Examine the following statement and indicate “agree” or “disagree”:
“A cymbal with a mirror-finish is a wondrous thing“
If you responded yes, press the back button.
Make your exit now. Thanks for dropping in. See you later. The following article will disturb you. Better we part friends.
We’re about to broach the topic of cymbal modification, not at the factory but in the privacy of your own home. We are going to speak the unspeakable—how to change your cymbal’s appearance and sound by subjecting it to tinting, painting, dyeing, bleaching, submerging in sea water, sanding, hammering, bending, burying, puncturing, weathering, taping, and gooing.
I love cymbals—love them enough to risk breaking them. That’s the essential paradox with cymbals, and drums, too, the truth be told. We love them so much we beat the living daylights out of them.
I want to go on record as admitting I have never hit, cuffed, slapped, or otherwise mishandled a woman or child or pet. They’re off limits and sacred. Cymbals are divine but not sacred in that respect.
Okay, there’s one exception. I once took a good kick at Andy, our previous dog. I missed, caught him with a glancing blow, the side of my foot against his rear end, no damage done either way. He had it coming. But no living being has it coming and justice was served, according to that moral tenet. Indeed, Andy had the last laugh. When he was advanced in age and in mortal pain, I cradled him in my arms as a vet injected him with a lethal dosage of anesthetic. I sensed he was fading and patted his head lightly. He sensed time was short and acted decisively. In a final gesture, immediately before closing his eyes, he bit me, drawing blood. Accordingly, the doctor fulfilled his obligation and informed me I was immediately subject to a quarantine and vaccination regimen. Rabies is a serious affliction.
Cymbals are like that. I hit a cymbal, it hits back, sometimes with ferocity, others delicacy. I find this astonishing, even when I’m familiar with a cymbal. Case in point is the first cymbal I ever owned, and still own, a 16” A Zildjian thin crash. At age 15, since I could only afford one good cymbal (my hats were sub-standard), I made this papery crash double as a ride. I’m providing this context so that when you read skeptically the following bits about cymbal modification, you’ll know that I get it. I know what it means to harness the power of an instrument and what it takes to tame an unruly cymbal without resorting to adhesive tape, spray lacquer, and worse.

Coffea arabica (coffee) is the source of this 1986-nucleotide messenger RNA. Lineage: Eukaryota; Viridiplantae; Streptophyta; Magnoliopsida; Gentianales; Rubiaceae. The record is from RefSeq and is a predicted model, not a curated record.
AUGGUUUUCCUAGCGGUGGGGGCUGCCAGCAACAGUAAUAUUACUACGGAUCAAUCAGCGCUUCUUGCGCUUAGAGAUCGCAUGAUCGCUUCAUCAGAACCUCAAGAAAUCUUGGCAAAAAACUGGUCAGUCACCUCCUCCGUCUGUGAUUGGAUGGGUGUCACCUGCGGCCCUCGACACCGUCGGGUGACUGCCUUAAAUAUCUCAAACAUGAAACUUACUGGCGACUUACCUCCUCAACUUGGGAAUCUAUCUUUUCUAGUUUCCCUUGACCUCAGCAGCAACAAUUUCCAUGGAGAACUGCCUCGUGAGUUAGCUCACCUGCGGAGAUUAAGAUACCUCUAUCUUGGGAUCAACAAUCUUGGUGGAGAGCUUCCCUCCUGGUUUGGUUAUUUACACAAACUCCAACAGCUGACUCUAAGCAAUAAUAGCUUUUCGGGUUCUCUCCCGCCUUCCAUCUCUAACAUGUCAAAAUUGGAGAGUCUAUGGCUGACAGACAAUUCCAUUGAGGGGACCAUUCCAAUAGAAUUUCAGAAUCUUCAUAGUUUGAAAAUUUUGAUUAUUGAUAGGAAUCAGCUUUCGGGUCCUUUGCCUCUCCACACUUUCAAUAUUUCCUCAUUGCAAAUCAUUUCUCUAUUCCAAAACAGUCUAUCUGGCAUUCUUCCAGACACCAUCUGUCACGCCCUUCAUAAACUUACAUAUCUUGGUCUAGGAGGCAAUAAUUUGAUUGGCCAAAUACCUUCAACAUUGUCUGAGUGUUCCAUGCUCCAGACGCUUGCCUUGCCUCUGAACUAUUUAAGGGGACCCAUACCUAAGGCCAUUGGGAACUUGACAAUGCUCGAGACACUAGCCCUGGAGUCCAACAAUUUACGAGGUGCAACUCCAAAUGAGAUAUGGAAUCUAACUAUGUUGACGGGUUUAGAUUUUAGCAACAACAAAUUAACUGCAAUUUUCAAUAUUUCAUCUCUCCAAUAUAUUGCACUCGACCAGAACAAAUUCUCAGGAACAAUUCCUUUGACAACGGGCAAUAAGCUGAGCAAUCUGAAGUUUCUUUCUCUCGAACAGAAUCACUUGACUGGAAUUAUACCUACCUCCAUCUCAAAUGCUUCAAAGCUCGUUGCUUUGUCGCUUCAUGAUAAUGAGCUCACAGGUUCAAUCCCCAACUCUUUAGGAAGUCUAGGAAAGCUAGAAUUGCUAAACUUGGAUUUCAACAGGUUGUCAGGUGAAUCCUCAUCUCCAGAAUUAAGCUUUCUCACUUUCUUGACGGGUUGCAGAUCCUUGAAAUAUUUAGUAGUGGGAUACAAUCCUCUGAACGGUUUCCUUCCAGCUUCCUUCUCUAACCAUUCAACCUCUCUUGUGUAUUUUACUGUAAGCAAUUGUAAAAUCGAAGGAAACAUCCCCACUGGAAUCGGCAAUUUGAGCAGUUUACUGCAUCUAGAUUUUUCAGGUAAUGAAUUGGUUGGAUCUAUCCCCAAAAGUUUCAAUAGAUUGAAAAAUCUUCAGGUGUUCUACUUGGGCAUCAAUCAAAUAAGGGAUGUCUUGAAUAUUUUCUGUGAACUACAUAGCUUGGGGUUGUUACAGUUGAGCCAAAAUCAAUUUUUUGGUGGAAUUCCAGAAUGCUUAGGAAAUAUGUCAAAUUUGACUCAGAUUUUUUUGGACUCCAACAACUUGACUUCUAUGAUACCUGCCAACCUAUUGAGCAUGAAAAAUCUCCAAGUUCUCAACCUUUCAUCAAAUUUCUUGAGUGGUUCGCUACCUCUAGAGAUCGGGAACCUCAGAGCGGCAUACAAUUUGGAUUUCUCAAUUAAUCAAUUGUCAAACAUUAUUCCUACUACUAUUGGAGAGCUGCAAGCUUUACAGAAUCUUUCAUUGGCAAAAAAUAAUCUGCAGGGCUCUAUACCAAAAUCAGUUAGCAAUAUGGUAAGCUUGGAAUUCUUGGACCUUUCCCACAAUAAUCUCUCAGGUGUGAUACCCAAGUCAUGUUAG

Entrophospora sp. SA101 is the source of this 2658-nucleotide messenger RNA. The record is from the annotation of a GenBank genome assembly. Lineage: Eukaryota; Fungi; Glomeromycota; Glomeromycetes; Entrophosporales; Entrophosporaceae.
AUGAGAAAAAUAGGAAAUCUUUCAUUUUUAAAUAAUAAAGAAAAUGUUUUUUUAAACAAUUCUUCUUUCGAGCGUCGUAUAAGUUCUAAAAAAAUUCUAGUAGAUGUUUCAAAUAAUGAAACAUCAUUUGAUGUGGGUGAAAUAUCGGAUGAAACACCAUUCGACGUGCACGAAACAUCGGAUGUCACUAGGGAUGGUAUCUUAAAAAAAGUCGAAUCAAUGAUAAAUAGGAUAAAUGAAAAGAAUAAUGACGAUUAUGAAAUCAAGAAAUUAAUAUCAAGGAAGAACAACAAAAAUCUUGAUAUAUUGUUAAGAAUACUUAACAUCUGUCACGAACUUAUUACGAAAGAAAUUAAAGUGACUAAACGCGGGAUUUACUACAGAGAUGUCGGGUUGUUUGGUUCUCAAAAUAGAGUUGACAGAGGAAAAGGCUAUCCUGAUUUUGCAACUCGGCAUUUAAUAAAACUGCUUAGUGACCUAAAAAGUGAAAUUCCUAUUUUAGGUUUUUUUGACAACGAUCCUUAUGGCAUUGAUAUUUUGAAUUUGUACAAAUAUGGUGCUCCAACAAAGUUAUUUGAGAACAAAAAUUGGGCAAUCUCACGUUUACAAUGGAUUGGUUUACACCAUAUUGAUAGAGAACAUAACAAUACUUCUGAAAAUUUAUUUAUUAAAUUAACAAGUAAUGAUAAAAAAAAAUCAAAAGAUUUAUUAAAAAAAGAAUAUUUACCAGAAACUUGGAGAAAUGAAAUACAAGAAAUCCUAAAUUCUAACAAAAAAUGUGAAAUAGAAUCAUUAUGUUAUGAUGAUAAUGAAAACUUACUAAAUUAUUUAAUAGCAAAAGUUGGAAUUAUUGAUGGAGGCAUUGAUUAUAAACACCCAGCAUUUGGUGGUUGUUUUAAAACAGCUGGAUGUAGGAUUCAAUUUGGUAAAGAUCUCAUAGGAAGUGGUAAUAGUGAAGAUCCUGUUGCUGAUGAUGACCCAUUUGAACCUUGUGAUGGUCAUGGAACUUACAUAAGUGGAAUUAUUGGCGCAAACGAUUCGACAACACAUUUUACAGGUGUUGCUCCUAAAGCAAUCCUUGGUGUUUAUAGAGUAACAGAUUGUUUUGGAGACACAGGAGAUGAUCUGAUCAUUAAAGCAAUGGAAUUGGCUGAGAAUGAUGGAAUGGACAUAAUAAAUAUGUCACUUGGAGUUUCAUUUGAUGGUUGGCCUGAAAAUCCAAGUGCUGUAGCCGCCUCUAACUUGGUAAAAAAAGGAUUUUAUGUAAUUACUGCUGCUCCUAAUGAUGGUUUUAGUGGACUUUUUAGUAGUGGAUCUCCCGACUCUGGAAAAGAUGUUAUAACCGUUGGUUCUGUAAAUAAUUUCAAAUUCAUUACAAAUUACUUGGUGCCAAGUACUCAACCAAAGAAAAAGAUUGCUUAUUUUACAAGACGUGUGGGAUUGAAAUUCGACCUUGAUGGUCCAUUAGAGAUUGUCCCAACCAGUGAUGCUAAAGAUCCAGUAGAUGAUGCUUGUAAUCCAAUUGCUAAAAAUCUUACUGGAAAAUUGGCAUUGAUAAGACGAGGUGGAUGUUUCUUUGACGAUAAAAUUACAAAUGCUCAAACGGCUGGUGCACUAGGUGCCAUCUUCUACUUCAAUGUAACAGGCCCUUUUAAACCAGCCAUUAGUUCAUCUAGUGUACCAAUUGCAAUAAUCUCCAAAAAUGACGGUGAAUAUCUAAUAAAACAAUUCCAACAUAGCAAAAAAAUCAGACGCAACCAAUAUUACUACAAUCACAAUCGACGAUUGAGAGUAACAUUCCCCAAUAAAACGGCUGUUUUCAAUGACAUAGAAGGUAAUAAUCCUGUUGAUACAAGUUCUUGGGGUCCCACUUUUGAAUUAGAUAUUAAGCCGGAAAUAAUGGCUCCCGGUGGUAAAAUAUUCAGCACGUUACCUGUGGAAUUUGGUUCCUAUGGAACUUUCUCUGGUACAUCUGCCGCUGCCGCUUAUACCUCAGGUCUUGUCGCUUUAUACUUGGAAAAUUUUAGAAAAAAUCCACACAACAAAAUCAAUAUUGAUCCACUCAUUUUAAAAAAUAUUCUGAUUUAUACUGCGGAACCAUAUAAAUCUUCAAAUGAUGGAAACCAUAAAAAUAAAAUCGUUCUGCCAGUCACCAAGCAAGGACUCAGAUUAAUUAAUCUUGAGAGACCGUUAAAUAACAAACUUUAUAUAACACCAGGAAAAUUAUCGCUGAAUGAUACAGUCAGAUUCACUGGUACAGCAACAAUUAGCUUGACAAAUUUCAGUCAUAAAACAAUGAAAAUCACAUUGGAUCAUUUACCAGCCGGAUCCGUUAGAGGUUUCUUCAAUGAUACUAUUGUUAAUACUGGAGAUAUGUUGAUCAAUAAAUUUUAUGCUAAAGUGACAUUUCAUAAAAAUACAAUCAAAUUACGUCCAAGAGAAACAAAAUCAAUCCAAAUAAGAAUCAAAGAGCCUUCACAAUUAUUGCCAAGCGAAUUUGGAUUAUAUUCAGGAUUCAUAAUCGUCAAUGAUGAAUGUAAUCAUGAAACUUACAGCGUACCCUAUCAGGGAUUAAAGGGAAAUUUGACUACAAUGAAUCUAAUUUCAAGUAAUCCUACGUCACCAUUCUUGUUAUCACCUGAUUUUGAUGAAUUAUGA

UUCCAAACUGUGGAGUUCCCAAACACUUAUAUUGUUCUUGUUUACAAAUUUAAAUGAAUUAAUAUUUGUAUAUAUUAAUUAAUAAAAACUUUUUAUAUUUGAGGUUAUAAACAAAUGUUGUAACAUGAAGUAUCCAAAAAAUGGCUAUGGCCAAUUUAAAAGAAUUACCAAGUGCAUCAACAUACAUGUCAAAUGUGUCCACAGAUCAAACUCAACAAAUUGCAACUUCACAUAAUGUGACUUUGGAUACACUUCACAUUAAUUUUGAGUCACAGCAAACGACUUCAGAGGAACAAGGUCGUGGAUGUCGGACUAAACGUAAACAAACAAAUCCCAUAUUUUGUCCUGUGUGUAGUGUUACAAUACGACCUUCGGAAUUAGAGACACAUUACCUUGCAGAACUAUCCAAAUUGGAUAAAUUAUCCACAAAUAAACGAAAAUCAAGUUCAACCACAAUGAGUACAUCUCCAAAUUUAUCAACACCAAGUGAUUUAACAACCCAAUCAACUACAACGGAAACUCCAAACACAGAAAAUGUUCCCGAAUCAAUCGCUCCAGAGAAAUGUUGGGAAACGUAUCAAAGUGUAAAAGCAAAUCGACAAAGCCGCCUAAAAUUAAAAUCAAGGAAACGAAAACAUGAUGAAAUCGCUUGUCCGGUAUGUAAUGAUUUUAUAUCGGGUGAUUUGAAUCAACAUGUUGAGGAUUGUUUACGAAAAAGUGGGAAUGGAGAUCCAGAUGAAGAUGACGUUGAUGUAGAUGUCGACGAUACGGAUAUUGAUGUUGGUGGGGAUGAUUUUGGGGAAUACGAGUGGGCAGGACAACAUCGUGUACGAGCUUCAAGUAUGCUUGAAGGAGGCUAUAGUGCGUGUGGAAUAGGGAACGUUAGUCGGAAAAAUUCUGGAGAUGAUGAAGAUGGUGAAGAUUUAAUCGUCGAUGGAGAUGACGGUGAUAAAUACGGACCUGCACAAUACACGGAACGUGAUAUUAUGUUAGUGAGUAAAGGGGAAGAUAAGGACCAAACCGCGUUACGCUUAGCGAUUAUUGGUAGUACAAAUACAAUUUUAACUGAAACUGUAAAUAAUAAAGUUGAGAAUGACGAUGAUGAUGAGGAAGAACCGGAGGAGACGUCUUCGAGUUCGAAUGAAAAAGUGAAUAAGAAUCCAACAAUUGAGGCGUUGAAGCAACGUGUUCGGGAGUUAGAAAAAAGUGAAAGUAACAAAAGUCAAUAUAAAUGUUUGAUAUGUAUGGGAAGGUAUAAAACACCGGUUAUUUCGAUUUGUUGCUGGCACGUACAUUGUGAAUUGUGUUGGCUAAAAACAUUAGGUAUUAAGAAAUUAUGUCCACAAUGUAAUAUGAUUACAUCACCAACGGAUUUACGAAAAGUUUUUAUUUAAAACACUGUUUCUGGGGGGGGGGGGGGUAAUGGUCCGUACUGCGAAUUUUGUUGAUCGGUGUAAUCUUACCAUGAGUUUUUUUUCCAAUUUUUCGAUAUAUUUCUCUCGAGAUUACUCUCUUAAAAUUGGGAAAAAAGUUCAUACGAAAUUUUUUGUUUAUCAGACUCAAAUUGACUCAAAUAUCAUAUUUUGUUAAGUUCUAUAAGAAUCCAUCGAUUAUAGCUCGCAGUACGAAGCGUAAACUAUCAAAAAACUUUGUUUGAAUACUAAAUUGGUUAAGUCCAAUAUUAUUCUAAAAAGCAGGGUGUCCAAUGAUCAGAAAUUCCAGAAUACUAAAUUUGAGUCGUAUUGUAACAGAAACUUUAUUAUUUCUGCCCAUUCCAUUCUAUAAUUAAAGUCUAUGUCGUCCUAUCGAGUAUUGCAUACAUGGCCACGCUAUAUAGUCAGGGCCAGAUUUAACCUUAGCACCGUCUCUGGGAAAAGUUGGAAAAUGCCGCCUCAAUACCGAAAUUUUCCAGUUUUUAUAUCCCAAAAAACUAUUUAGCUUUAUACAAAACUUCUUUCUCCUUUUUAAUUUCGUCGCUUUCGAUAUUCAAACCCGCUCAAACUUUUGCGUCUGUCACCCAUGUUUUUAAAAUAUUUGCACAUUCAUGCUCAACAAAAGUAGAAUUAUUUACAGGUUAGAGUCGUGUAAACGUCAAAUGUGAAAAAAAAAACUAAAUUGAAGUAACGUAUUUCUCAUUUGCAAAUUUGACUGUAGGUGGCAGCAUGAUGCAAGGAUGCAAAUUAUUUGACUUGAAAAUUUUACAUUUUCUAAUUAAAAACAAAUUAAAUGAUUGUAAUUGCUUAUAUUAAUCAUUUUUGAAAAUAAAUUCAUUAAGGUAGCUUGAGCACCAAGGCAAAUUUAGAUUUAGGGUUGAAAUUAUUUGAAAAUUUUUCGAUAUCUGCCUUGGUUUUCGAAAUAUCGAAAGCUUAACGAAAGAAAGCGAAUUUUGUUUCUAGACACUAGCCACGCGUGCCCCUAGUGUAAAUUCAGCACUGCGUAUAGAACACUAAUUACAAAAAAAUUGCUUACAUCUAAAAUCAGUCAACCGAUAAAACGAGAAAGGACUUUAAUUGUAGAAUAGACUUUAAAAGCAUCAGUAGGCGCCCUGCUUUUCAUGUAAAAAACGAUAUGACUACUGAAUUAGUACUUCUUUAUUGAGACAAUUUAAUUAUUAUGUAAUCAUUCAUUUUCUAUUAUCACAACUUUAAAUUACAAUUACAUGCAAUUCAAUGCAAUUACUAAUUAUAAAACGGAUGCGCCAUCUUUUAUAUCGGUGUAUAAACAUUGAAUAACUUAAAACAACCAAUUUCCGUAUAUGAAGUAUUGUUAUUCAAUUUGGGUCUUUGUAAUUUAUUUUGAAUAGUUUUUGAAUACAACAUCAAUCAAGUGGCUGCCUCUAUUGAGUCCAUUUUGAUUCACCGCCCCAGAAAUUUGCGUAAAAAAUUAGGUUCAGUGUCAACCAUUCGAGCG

Good Cymbals are not Pristine
For ages drummers have been impatient with the course of nature. This is understandable. Sometimes it takes thirty years for a cymbal to darken, gather a little “permanent dirt” in the grooves and otherwise transform into something funkier. In your life, the gig is next week.
The lore is rich with tales of jazz drummers burying cymbals in the garden over the winter, hoping that the spring harvest will bring bizarre blooms—acid deposits, abnormal oxidation and plain old dirt. You see, the idea is not simply to foster a dusky tint; it’s to mute harsh, bright overtones and, in a perfect scenario, bring the pitch down a half a step.
We’re going to skip burying, however. The jury is out on its effectiveness and, besides, if you live on the twenty-fifth floor, odds are you can’t scratch together enough topsoil to cover a tulip bulb!
So there’ll be no burying but plenty of other options in store for you. Note that they’re mainly oriented to ride cymbals—a reflection of that cymbal’s importance in transmitting personality, touch and individualized time. The fact is that an increasing number of jazz, singer-songwriter, and roots drummers don’t want or need stinging rides with razor penetration. These drummers are after something grittier.